Singapore Freezes Ticket Sales for Quarantine-Free Travel to Limit Omicron. Singapore, the Asian financial powerhouse, announced it will limit the number of tourists for its quarantine-free entrance programme, a further setback for regional border-reopening ambitions as the Omicron variety spreads.

The Ministry of Health said on Wednesday that the government will prohibit the sale of plane and bus tickets for persons seeking quarantine-free Travel to Singapore from December 23 to January 20 in order to decrease the country’s exposure to imported Omicron cases. Those who have already purchased their tickets will be permitted to continue their journey without being subjected to obligatory quarantine upon their return.

The action is the first big reversal of Singapore’s progressive travel openness, which began in early September by permitting vaccinated tourists from two countries, Germany and Brunei—to enter the nation without quarantine. In the months that followed, Singapore, a travel hub that is frequently considered as a bellwether for the direction of Covid-19 policy in the region, expanded quarantine-free Travel to about two dozen nations, including the United States, the United Kingdom, India, and Indonesia.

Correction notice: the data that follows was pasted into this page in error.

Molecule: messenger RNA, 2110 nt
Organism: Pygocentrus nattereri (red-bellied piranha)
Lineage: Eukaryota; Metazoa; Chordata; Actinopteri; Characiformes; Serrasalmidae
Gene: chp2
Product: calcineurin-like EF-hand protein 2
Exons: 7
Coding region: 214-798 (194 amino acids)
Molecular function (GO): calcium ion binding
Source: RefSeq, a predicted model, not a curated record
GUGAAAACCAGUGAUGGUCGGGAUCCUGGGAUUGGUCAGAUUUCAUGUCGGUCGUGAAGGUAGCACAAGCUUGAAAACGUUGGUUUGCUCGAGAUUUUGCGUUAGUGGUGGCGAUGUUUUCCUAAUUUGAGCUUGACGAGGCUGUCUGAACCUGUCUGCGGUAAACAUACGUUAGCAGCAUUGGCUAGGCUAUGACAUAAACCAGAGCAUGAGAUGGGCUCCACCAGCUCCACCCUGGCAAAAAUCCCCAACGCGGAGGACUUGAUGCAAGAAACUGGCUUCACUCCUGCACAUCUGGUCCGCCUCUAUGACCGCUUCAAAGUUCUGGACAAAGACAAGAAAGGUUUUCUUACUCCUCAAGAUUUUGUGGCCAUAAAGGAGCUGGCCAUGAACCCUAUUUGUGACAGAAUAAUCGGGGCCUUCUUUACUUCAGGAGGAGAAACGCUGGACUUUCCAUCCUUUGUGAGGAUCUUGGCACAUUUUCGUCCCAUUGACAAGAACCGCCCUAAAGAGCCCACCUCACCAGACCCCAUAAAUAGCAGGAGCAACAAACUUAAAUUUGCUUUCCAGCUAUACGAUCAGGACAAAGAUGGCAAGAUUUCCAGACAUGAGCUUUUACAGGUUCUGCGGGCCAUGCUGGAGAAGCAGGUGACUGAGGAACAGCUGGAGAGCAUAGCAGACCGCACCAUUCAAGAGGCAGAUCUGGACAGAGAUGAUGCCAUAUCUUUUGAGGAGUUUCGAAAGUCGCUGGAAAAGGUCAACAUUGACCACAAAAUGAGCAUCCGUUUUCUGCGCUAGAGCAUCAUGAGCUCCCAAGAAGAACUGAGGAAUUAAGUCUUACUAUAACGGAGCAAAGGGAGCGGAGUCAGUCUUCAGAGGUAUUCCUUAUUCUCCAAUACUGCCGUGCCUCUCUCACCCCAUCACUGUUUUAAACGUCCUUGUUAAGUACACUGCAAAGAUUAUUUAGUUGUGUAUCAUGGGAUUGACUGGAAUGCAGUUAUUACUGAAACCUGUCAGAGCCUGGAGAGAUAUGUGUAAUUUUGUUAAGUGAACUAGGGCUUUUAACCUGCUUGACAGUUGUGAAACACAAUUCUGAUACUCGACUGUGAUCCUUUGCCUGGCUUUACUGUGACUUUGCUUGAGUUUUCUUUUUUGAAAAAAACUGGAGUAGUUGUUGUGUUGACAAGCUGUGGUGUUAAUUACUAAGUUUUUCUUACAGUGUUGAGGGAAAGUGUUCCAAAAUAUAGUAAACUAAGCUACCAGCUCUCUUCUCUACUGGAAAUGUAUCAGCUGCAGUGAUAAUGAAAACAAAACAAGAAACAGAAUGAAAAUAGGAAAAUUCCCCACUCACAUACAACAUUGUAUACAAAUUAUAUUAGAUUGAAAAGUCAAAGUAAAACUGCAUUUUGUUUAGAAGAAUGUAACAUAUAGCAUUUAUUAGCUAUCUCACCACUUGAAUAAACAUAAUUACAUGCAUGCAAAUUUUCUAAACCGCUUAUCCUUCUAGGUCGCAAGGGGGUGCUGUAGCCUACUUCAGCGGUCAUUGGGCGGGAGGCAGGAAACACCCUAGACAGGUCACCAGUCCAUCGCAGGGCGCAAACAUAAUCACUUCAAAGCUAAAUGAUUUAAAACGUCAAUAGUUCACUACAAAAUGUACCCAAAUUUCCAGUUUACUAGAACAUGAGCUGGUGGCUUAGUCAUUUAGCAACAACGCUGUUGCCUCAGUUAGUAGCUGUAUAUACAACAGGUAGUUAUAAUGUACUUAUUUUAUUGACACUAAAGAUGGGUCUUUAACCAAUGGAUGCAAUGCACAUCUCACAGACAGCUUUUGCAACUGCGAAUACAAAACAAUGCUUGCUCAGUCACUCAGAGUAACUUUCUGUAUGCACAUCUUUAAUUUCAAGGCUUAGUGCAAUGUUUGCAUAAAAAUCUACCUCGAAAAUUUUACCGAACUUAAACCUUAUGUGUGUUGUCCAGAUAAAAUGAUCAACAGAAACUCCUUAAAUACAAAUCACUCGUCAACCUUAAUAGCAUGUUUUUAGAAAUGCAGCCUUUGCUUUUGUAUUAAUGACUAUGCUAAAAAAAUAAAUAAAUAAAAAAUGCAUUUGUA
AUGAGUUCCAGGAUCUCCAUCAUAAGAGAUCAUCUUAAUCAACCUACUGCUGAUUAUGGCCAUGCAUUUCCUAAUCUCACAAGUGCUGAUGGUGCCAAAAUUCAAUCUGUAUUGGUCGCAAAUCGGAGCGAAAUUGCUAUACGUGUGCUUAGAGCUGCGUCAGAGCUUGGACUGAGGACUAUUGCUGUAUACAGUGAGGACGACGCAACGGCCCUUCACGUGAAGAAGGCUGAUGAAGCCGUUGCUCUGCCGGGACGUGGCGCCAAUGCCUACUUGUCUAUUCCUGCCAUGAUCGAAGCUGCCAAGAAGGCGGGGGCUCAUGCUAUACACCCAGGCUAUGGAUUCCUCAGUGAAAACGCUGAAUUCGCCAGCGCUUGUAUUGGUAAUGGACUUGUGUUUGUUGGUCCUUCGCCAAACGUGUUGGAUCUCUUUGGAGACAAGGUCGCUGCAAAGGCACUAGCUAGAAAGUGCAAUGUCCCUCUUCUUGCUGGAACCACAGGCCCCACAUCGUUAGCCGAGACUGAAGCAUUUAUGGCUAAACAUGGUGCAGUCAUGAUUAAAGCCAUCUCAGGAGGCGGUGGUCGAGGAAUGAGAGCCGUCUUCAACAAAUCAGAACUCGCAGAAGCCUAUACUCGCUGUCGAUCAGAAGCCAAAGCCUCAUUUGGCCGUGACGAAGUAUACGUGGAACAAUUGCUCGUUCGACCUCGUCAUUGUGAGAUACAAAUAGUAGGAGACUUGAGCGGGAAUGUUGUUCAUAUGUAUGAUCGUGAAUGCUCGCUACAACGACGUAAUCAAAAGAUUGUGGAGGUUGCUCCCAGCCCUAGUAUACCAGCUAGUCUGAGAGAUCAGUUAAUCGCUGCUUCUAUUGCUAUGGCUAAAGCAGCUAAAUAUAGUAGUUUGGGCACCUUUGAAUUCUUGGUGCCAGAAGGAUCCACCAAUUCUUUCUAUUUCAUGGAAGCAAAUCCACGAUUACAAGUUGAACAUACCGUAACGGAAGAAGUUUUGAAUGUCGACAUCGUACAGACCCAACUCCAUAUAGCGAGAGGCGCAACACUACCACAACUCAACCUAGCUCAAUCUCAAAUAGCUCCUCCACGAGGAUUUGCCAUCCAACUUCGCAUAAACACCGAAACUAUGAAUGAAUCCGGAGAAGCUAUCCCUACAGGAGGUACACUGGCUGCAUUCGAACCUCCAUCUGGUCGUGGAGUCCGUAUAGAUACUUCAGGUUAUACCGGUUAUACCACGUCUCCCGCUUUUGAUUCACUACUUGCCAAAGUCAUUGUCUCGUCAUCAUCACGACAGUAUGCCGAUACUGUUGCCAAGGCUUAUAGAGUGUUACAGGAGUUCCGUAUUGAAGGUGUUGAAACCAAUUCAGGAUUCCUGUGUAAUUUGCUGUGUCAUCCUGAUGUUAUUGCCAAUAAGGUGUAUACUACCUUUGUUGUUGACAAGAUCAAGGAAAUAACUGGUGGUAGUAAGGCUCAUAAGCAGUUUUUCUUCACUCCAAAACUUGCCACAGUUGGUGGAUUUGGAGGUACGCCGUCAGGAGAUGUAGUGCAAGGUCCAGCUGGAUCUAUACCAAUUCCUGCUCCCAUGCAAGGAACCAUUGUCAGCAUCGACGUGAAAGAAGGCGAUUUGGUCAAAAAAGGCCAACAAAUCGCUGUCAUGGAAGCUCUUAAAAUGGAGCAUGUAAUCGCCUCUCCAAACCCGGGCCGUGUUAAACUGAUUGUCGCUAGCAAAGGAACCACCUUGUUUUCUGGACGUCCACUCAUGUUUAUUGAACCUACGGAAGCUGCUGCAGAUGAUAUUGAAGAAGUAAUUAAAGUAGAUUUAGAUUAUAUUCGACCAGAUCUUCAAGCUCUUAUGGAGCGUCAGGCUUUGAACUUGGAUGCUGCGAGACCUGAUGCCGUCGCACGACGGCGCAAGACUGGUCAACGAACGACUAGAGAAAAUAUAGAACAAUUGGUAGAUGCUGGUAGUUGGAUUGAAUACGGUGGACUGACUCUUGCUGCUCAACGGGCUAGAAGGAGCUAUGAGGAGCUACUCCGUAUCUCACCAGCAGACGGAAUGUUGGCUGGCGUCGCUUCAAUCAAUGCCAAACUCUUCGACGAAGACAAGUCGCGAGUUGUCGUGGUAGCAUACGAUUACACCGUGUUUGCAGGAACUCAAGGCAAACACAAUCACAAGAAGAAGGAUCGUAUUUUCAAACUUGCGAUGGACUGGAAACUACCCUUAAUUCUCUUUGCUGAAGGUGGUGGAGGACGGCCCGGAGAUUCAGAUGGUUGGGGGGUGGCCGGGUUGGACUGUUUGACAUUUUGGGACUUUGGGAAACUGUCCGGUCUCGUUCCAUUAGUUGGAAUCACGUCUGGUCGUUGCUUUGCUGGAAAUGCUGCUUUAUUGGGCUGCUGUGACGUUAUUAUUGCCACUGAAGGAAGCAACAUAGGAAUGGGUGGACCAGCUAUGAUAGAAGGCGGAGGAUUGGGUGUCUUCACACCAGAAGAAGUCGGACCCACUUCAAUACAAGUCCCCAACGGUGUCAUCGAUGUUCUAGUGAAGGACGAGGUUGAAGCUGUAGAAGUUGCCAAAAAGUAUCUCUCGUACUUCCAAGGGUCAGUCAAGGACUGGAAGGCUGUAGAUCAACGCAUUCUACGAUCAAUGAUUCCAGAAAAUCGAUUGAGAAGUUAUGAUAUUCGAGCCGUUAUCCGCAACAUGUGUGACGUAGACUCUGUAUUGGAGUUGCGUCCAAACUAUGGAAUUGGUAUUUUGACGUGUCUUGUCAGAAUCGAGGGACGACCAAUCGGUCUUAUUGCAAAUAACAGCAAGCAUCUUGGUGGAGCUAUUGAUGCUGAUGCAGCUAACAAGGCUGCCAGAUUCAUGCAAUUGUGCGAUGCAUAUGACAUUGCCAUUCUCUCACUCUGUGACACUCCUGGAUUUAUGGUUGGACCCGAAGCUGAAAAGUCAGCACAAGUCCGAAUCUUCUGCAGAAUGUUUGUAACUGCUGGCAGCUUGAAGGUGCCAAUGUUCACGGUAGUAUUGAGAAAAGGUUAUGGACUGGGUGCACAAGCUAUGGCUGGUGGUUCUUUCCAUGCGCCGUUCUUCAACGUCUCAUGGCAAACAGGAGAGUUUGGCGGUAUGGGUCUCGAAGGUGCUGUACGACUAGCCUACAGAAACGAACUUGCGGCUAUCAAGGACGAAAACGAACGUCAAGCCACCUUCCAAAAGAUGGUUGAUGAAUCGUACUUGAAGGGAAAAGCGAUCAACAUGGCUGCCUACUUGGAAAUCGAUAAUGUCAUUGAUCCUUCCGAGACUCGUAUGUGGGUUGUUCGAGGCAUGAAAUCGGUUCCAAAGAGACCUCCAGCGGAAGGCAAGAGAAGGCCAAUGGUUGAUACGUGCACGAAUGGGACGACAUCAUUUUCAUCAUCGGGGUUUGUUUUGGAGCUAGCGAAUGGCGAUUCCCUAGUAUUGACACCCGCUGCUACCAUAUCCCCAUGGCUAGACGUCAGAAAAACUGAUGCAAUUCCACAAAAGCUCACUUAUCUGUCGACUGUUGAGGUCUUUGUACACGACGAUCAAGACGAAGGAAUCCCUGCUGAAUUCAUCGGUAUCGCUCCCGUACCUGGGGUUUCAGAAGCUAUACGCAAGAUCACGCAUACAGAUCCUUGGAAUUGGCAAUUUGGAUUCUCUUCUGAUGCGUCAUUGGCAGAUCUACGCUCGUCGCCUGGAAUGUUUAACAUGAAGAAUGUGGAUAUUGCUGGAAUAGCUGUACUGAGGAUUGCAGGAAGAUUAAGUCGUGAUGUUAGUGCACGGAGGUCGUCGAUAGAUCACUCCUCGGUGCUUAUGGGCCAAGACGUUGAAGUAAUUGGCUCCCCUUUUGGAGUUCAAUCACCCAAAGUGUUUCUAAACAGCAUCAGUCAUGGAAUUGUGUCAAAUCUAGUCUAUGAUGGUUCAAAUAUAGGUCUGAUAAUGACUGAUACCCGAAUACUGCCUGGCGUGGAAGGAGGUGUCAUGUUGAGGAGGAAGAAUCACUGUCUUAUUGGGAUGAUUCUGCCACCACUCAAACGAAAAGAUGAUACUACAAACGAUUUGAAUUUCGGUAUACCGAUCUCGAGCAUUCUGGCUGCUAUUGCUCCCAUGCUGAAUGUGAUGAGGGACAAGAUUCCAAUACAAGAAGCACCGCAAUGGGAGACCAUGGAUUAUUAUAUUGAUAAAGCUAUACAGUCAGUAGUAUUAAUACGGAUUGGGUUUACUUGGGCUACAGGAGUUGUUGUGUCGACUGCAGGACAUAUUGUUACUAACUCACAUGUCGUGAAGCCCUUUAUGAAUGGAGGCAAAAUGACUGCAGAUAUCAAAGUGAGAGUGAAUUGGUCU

Nonetheless, only a subset of travellers should be affected by the new restrictions. Many Singaporeans and expatriates have already planned their vacations.

To be eligible for the programme, travellers had to be immunised. Those arriving in Singapore will be tested for Covid-19 every day for the first week, according to guidelines developed in early December in reaction to Omicron. The government claims that its traveller testing programme has helped uncover 65 Omicron instances, and that its regulations have reduced the spread of the variation locally.

Thailand, which relies significantly on tourist earnings, announced a suspension of a programme that permits quarantine-free Travel for visitors a day before Singapore curtailed travel bookings due to the country’s rising number of Omicron cases. Visitors visiting Thailand will instead have to go through more stringent programmes, such as “Happy Quarantine,” which includes extended stays in state-approved institutions.